Films on the Haywall 2015: so named because of the immense haywall looming behind the professional-sized movie screen. (Seriously though; there’s hay everywhere.) This season’s films are curated by Tucker Marder, who, being an artist, curator, producer, director, plantsman and underwater art maker, knows a few things about film, to say the least. The screenings are on Fridays from June 26 to September 4 and the film starts around 7:15 p.m., to be vaguely precise. The flyer insinuates dusk.
Who doesn’t like a free film showing out on the lawn of a renowned family’s nursery? In all sincerity, what really grabbed me was the film line up. I saw so many classics as I was scrolling through the archives that I was utterly overwhelmed. I haven’t seen this much good taste since…I last checked my watchlist on IMdb. It looks like 2013 was a great year for the Haywall series with features such as Penn’s Bonnie and Clyde, Sally Potter’s Orlando, Les Quatre Cents Coups (hopefully not dubbed!) and Bergman’s Wild Strawberries. The Silas Marder Gallery website even includes the mostly original posters of each film. (The Bonnie and Clyde poster, incidentally, was the German version. After reading “und”, I wondered if it was really screened in that language.)
Marder claims that his service to the community of making classic films as available to the public as you can get is an ideal outlet for creeping summer boredom. That seems absolutely reasonable. However, I would not suggest bringing your kids to the event, as Marder suggests. I can only imagine how they’d squirm and groan and sigh during a pivotal moment in some early cinematic scene. Just leave them at home, man. Then relax and enjoy the free music series curated jazz critic Peter Watrous and Noah Garabedian with live performances at 7 p.m. prior to the Friday night screenings.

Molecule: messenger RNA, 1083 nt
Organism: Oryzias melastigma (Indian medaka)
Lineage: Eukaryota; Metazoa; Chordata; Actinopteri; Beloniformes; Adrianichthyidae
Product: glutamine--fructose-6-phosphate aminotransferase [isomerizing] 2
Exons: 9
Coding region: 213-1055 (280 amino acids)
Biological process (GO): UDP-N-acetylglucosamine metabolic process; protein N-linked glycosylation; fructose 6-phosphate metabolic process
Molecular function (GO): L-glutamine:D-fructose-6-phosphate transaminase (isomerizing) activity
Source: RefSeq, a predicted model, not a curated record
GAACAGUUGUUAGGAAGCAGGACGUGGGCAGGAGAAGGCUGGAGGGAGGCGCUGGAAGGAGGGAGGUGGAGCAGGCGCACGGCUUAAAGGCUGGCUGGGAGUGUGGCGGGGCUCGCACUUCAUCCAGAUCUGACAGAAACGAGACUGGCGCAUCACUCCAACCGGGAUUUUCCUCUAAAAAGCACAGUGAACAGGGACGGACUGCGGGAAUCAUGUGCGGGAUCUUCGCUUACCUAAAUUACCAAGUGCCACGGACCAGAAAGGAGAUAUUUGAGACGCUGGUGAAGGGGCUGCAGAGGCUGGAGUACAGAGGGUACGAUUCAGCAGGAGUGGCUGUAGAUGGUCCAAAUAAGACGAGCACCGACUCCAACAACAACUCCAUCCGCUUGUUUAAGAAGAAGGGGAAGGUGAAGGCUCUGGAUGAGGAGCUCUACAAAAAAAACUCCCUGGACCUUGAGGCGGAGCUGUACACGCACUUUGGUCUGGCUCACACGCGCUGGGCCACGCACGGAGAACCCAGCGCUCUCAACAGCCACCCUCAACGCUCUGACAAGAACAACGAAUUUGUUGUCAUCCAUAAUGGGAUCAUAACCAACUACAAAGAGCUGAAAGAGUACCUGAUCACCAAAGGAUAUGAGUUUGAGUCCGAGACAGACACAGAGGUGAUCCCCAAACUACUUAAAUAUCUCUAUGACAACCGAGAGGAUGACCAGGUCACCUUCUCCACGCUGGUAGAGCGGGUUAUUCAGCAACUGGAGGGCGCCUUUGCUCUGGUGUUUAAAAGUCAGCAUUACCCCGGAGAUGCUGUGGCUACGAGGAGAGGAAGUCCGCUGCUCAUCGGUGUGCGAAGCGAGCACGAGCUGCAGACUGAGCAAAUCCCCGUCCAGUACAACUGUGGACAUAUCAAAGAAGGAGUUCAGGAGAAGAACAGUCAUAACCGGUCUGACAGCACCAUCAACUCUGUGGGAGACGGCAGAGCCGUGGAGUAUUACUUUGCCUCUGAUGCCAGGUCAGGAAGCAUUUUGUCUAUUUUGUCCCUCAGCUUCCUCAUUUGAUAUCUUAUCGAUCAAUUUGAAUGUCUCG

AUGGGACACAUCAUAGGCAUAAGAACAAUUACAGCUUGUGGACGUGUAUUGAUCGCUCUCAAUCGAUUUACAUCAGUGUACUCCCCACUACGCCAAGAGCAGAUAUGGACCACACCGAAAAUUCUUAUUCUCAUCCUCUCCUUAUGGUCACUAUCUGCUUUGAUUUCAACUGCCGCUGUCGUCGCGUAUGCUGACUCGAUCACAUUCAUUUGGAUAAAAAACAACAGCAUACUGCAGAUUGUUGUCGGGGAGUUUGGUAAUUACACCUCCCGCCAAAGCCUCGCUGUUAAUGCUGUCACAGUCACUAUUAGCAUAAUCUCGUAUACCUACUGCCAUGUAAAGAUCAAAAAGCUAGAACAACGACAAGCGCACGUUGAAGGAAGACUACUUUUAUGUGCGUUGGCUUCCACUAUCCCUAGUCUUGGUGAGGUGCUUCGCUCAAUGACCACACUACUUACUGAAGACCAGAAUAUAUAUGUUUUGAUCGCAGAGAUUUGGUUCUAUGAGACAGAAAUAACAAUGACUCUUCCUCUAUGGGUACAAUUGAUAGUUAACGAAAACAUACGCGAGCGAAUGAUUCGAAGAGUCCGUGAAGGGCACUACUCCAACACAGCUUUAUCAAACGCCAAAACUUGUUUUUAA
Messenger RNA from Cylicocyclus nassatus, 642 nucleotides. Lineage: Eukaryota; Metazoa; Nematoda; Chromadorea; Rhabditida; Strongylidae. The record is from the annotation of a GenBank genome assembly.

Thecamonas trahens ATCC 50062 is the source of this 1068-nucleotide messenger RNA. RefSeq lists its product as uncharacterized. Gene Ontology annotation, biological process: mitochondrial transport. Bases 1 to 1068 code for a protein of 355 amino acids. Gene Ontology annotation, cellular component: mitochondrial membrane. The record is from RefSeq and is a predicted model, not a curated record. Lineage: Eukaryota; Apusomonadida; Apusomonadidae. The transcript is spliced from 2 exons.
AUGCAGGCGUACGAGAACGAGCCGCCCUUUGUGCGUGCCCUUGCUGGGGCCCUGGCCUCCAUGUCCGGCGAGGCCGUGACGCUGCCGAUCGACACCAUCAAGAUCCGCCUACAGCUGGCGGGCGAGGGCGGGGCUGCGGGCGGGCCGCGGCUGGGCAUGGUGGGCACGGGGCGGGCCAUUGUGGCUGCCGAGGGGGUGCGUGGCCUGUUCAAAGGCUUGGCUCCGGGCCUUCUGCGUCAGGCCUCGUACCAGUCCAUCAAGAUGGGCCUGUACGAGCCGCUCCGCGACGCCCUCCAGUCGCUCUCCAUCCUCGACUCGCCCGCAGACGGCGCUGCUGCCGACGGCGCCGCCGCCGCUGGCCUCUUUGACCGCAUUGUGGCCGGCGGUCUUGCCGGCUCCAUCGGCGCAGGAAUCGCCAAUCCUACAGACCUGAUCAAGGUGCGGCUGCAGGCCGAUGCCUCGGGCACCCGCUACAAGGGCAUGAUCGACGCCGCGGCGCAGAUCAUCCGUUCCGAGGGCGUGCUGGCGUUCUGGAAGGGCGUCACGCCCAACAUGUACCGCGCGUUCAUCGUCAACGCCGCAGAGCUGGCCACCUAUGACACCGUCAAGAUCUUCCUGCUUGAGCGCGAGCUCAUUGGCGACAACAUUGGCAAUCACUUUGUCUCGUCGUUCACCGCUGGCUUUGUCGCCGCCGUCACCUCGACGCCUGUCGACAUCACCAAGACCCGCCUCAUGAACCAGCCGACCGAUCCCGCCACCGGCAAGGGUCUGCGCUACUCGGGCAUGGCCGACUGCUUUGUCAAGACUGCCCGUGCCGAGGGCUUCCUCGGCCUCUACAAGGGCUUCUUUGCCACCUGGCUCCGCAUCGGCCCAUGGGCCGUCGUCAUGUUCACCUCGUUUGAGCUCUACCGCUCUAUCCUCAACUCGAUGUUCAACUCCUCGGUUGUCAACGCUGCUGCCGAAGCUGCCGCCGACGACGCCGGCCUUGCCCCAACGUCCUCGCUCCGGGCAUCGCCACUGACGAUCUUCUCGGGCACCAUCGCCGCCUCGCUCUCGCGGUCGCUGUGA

So I went to go see Kubrick’s 2001: A Space Odyssey last week with my father, an exemplary film critic. (Cue: “When I grow up, I want to be just like you.”) I had a feeling he would take delight in it. (And, I was right.)
I didn’t see any children, which was good to see considering the film is a complex one, but I did see dogs. Well-behaved dogs that served as companions and feet-warmers alike. Here’s a tip, should you decide to take advantage of this lovely summer event: bring as many blankets as you can. It gets cold. We took a picnic blanket to lay on and ended up having to wrap ourselves up in the grass-filled cloth. Also, bring a lot of bug spray! I would say come prepared with liters of that stuff. I witnessed a bout of mosquito spray-coating in at least five attendees before the film began, so I took the hint and make sure I was covered. (During the intermission Kubrick so kindly included, I heard various re-applications.) And lastly bring food, snacks, drinks. The community that I saw and experienced is a quiet, respectable one. People just want to watch good movies, indulge in the pleasure of that culture and huddle up with loved ones. (Refrain from screeching like a banshee at the sound of inside jokes at any time.)
As for the whole family thing, I’d say bring your kids if you want to douse them in award-winning films that may or may not be suitable. (2001: A Space Odyssey is rated G, so you make the call.) Or make it a family tradition if your children are all of college age, at least. Then will you be able to soak your brains in the gift of outdoor cinema, bringing nature and film together as it has been.
I’ll be coming back for Brazil in August.